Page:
The concept of Smart Cities is often linked with the use of advanced “big data” technology to inform safer, more efficient services and living environments. Yet this is only part of the story. In addition to providing faster, more affordable and lower-risk access to basic needs, Smart Cities also seek to enrich their citizens’ experiences of their environment.
It’s an objective long held, of course, by architects, landscape architects and urban designers. By applying their creativity and “design thinking” capabilities to address the social and spatial conflicts inherent by cities, these urban professionals aim to shape urban spaces that are functional, have aesthetic appeal and foster wellbeing. Consequently, the University of Adelaide is investigating ways to productively marry their unique expertise and perspective with the use of cutting edge Smart City technologies for citizens’ benefit.
A recent collaboration between the University’s School of Architecture and Built Environment and the School of Computer Science represents an exciting step forward. A group of students from each school worked together to create an interactive, augmented reality installation for the opening of the 2017 Telstra Australian Smart Communities Conference, held in Adelaide from May 29 to 31.
Called Hiding in Plain Site, the walk-through installation incorporated a custom-developed app that responded to signals from embedded beacons by overlaying relevant information on visitors’ phones about the areas they were looking at.
According to project leader Associate Professor Julian Worrall of the School of Architecture and Built Environment, the technology deepened visitors’ understanding of the built environment by making visible aspects of the city that often go unnoticed, and inviting reflection on the strategies used by designers in shaping various urban spaces.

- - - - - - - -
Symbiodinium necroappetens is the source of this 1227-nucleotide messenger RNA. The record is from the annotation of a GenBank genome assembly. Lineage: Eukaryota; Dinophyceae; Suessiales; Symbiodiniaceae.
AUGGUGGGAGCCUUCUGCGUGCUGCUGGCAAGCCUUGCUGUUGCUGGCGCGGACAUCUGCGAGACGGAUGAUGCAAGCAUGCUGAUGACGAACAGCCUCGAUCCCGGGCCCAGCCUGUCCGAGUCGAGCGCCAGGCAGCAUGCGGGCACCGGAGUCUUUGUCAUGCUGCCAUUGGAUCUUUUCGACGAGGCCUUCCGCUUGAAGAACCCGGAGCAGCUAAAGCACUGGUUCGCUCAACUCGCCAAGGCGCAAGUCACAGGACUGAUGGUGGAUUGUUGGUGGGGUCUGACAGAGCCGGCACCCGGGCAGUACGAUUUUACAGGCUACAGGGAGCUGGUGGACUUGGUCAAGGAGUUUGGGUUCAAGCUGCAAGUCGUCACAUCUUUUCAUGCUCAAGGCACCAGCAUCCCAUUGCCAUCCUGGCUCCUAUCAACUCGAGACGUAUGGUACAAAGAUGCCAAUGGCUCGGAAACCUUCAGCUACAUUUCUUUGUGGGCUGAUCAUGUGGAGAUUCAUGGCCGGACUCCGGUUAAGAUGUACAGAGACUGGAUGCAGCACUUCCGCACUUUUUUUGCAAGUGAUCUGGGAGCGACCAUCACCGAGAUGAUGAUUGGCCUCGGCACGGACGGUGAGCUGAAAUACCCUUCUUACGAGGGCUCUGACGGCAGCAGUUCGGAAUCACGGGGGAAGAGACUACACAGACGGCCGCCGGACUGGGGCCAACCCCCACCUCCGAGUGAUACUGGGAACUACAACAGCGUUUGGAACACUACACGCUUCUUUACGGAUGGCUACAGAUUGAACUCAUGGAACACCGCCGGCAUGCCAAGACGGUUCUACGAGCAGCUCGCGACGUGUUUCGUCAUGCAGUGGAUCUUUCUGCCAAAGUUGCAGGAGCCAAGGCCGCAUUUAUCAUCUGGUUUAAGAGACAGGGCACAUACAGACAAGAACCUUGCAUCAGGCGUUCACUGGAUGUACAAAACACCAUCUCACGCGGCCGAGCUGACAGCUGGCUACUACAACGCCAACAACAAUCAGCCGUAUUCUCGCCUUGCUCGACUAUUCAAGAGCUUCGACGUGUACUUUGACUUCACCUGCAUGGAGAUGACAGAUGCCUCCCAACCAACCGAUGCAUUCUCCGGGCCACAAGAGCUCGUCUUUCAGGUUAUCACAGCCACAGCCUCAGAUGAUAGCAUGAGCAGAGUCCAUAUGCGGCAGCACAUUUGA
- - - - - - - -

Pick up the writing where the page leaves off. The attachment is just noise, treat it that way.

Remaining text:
“We effectively turned visitors’ smart phones into live, location-sensitive ‘tour guides,’” says Associate Professor Worrall.
“Our goal was to reveal the hidden layers of the city through augmentation; to allow people to read the underlying design techniques and goals of the physical spaces they were in, while they were in them.
“That mediation and management of social and spatial conflict is usually entirely hidden, so bringing it out technologically in Smart Cities to inform and educate diverse communities could be both harmonising and empowering.”
The architecture students first researched the major conflictual issues of urban space, and then constructed the installation to represent them, with the computer science students developing the app. Associate Professor Worrall says seeing the students learning from each other’s different perspectives and approaches boded well for future Smart City design.
“The most positive outcome was seeing the students develop a constructive working relationship that fostered design thinking.
“What was first complicated soon became constructive; architecture students developed an understanding of beaconing technology, computer science students developed an understanding of issues in urban space, and both learned more about how the digital can complement the physical.
“They developed a strong shared vocabulary relating to the Smart City.”